A $37,450 donation to the Royal Melbourne Hospital is at the centre of an alleged plot to curry Chinese influence in Australia’s political establishment, a court has been told.
The motives of prominent Australian-Chinese community leader Di Sanh Duong, also known as Sunny, are under examination in the Victorian County Court in a trial over an alleged attempt to exert influence over former federal minister Alan Tudge.
Mr Duong has pleaded not guilty to a charge of intentionally engaging in conduct with the intention of preparing for, or planning, foreign interference, with his barrister, Peter Chadwick KC, arguing the donation was “nothing out of the ordinary” for the philanthropic businessman.
Mr Duong, the court was told, runs a successful stonemasonry business, takes a leading role in Melbourne’s Chinese community groups and was a long-term member of the Victorian Liberal Party – even standing as the candidate for Richmond in 1996.
Prosecutors claim Mr Duong had secret links to a global effort to advance the interests of the Chinese Communist Party – organised out of an agency called the United Front Work Department.
In handing Mr Tudge a cheque on June 2, 2020, fundraised from Melbourne’s Chinese community, it’s alleged Mr Duong attempted to “cultivate” a favourable relationship with the then immigration and multiculturalism minister for possible future use.
“Before you start thinking about James Bond or spy novels, this is not about espionage,” federal prosecutor Patrick Doyle SC said.
“It’s a case about a much more subtle form of interference. It’s about influence.”
But delivering his opening remarks to the 15-member jury on Friday, Mr Chadwick said it was denied “in the strongest possible terms” that his client had collaborated with United Front or sought to influence Mr Tudge on behalf of the CCP.
(The donation) was a genuine attempt to help frontline workers and demonstrate the ethnically Chinese community were concerned for the situation in Melbourne during the Covid-19 pandemic,” he said.
He asked the jury to cast their minds back to the “difficult or even triggering” reality of early 2020 when fear about Covid-19 was at an all-time high and Melbourne had gone into lockdown.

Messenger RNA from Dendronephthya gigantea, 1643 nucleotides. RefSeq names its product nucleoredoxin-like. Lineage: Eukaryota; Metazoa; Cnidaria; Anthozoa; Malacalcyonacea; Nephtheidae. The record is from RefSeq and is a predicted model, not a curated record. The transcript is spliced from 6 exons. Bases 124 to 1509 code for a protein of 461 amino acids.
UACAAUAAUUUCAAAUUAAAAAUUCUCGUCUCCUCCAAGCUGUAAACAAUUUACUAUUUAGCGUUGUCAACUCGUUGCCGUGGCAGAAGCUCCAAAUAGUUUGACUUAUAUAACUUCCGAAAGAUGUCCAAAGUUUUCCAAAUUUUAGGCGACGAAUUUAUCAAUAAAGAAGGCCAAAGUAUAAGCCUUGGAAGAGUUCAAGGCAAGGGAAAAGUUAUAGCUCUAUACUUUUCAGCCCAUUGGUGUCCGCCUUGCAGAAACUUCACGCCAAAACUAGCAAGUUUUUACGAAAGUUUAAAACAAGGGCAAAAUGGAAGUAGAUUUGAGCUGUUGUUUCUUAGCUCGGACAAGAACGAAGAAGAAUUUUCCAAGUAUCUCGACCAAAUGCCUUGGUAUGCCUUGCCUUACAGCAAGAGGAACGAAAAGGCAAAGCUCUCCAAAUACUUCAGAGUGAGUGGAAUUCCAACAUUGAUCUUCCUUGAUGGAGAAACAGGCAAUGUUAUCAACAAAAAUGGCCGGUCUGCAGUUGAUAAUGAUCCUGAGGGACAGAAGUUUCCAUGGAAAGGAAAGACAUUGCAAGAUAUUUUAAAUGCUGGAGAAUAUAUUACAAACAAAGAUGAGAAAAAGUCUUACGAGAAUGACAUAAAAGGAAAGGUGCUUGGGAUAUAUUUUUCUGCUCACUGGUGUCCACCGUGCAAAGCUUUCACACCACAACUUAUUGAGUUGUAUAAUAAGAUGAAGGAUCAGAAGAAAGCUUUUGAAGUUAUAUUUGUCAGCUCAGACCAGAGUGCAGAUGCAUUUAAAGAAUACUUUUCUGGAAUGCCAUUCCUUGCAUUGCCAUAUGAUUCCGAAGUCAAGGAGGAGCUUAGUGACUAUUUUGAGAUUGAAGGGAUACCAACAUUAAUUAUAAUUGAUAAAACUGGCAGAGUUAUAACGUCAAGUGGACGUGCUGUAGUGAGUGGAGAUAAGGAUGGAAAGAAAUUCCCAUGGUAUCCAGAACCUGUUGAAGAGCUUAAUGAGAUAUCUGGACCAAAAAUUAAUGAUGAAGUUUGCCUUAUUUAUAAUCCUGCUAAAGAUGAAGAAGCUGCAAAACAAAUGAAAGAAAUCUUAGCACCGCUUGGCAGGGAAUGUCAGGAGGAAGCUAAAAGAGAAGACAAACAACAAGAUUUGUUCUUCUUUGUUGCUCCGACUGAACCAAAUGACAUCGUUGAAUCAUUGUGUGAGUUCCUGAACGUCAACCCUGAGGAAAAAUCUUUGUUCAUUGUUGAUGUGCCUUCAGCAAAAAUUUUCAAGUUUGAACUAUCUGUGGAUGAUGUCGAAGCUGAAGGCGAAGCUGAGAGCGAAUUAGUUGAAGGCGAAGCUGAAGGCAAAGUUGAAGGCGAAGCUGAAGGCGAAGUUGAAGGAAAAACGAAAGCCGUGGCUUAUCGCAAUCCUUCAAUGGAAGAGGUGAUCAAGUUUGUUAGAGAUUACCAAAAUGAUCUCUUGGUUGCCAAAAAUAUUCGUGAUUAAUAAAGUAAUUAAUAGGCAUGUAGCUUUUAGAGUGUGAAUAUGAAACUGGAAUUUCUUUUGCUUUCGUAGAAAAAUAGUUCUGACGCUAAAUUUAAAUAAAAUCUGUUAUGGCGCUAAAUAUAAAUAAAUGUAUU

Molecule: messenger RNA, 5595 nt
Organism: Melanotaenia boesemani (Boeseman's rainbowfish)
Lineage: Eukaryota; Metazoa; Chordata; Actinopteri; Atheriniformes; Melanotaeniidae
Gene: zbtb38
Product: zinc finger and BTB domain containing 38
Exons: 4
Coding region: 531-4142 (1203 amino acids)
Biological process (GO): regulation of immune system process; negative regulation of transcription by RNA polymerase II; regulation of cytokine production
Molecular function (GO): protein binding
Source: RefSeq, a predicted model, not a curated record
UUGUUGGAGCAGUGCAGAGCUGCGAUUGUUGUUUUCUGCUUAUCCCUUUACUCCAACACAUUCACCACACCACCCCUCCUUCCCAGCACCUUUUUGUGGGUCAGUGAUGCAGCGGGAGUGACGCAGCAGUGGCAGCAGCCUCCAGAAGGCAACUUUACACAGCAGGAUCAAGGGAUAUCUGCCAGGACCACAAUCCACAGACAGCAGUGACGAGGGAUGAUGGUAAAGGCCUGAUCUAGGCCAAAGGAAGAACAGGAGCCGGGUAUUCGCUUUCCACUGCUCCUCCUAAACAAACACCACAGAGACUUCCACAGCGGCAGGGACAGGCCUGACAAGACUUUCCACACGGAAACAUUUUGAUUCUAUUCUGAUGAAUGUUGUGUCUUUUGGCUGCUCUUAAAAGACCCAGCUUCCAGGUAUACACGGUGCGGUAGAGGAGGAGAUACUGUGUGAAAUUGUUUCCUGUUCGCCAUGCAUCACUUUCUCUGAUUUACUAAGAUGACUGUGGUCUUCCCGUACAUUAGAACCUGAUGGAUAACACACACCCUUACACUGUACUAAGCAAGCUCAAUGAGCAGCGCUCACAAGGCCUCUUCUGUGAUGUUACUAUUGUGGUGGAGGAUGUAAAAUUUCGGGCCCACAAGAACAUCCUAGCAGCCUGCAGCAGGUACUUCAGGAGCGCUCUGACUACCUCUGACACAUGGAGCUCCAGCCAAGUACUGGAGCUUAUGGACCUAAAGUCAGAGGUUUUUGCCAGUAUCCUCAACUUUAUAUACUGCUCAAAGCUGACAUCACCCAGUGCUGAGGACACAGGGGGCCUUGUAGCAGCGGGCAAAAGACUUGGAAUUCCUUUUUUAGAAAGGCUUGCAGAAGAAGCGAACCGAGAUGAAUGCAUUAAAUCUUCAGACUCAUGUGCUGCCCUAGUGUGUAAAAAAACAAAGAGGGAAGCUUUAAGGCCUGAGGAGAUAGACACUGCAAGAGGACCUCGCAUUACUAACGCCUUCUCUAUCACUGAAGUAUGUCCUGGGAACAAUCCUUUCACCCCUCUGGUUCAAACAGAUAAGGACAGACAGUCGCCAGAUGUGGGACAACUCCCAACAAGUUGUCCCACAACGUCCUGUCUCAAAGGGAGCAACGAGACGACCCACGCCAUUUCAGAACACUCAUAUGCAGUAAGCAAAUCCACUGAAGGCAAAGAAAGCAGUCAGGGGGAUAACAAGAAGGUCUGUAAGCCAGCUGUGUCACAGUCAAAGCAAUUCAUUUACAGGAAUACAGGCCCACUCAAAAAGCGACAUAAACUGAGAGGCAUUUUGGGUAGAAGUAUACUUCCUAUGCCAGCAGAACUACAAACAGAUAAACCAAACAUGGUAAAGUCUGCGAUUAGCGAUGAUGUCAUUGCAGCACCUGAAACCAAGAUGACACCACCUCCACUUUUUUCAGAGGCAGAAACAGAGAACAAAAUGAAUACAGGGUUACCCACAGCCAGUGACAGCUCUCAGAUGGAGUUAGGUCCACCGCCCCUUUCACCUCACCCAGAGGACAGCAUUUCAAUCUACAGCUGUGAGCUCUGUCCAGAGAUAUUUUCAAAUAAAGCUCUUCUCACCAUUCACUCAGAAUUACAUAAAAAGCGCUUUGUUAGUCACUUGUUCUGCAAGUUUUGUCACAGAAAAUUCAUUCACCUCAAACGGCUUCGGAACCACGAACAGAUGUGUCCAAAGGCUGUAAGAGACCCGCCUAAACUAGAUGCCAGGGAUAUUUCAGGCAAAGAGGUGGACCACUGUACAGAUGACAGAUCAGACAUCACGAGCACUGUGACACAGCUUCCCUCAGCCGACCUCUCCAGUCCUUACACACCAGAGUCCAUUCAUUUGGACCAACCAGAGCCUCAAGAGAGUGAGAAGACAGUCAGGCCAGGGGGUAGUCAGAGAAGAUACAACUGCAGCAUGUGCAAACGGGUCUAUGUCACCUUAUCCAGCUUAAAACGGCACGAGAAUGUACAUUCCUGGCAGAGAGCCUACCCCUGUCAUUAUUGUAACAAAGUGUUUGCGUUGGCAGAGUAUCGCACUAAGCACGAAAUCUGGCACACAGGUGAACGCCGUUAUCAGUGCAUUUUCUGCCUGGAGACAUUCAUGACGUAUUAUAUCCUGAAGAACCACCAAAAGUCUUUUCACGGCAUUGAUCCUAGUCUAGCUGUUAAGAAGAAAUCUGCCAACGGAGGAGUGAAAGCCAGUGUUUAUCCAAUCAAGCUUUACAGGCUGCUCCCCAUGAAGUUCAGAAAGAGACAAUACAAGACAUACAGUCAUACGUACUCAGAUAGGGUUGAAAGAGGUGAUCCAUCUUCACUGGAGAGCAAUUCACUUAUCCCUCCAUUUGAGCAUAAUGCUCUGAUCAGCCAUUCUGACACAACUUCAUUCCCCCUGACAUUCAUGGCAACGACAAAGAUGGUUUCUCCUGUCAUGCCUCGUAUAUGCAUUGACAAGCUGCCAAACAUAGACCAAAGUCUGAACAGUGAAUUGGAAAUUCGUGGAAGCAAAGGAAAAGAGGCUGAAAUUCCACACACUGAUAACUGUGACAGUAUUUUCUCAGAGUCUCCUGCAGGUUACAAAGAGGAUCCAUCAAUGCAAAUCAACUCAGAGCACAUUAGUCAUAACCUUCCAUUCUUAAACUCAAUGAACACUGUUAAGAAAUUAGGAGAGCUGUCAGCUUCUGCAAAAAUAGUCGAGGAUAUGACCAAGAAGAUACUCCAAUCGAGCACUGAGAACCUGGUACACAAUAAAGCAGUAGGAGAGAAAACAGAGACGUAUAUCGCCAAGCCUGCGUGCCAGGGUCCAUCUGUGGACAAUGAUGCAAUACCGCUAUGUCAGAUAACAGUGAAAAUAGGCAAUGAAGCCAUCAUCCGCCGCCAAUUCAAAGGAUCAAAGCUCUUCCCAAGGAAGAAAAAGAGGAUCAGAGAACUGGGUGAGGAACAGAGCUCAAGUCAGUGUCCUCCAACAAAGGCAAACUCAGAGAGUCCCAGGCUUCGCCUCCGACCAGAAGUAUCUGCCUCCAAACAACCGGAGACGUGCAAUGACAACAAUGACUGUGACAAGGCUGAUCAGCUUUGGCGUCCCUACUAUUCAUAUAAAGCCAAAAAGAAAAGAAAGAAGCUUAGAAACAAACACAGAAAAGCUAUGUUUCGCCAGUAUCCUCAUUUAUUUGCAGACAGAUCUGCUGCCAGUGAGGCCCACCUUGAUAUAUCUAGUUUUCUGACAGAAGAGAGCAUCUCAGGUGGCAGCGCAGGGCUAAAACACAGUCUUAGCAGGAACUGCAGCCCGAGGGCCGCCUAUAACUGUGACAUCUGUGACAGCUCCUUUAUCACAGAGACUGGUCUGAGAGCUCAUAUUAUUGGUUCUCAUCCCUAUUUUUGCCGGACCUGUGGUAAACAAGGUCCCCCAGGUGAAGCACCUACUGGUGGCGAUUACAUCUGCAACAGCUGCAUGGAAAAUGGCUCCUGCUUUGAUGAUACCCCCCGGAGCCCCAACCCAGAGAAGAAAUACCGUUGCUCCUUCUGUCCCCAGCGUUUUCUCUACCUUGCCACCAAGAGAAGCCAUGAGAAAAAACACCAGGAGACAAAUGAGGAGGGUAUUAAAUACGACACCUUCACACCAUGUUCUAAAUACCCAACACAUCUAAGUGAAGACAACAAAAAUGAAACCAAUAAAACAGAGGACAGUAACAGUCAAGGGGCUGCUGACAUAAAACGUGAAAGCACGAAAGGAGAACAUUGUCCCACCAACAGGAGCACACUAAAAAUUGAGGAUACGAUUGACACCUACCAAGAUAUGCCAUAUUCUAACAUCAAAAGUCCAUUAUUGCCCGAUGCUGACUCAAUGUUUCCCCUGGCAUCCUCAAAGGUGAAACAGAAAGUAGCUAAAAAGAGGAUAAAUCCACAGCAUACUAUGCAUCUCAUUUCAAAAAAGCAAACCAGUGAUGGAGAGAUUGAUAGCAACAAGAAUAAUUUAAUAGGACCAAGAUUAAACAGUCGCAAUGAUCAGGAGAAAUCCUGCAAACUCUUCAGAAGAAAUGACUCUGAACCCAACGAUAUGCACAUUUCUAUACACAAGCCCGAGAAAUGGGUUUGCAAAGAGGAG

“In the US the former president Trump had infamously labelled it the ‘China virus’,” he said.
“The fear of Covid-19 hung like a dark cloud over the Chinese and broader community … there were even acts of violence against people perceived to be of the Chinese race.”
He told the court that his client, and others within their community groups, wanted to be seen doing something to show they cared and “change these perceptions”.
As a businessman and philanthropist, he said, Mr Duong “inevitably” had to deal with the United Front Work Department when travelling to China but “strenuously denied” allegations he had been enlisted to exert influence in Australia.
Called to give evidence on Friday, former Victorian MP and Victorian Liberal Party president Robert Clark told the jury that he had met Mr Duong multiple times over the years through the party.
He told the court he had received a letter from Mr Duong in March 2019 titled “Ideas for your consideration: Australia and China as partners for the creation of a win-win economy”.
Mr Clark said the letter contained a number of “naive and superficial ideas” for him to suggest to the federal Liberal Party ahead of the election campaign, along with a warning that Labor seemed more China-friendly.
These included signing up to China’s Belt and Road Initiative, allowing China to build a high-speed train from Melbourne to Brisbane and use their “human resources” to turn undeveloped land into food-producing areas to sell back to China.
Prosecutors have claimed this is an example of the type of influence Mr Duong was seeking with Mr Tudge, whom he considered a possible future prime minister.
Under cross-examination Mr Clark agreed he would get “weird and wonderful” contact from all sorts of people.
The trial, before Judge Richard Maidment KC, continues.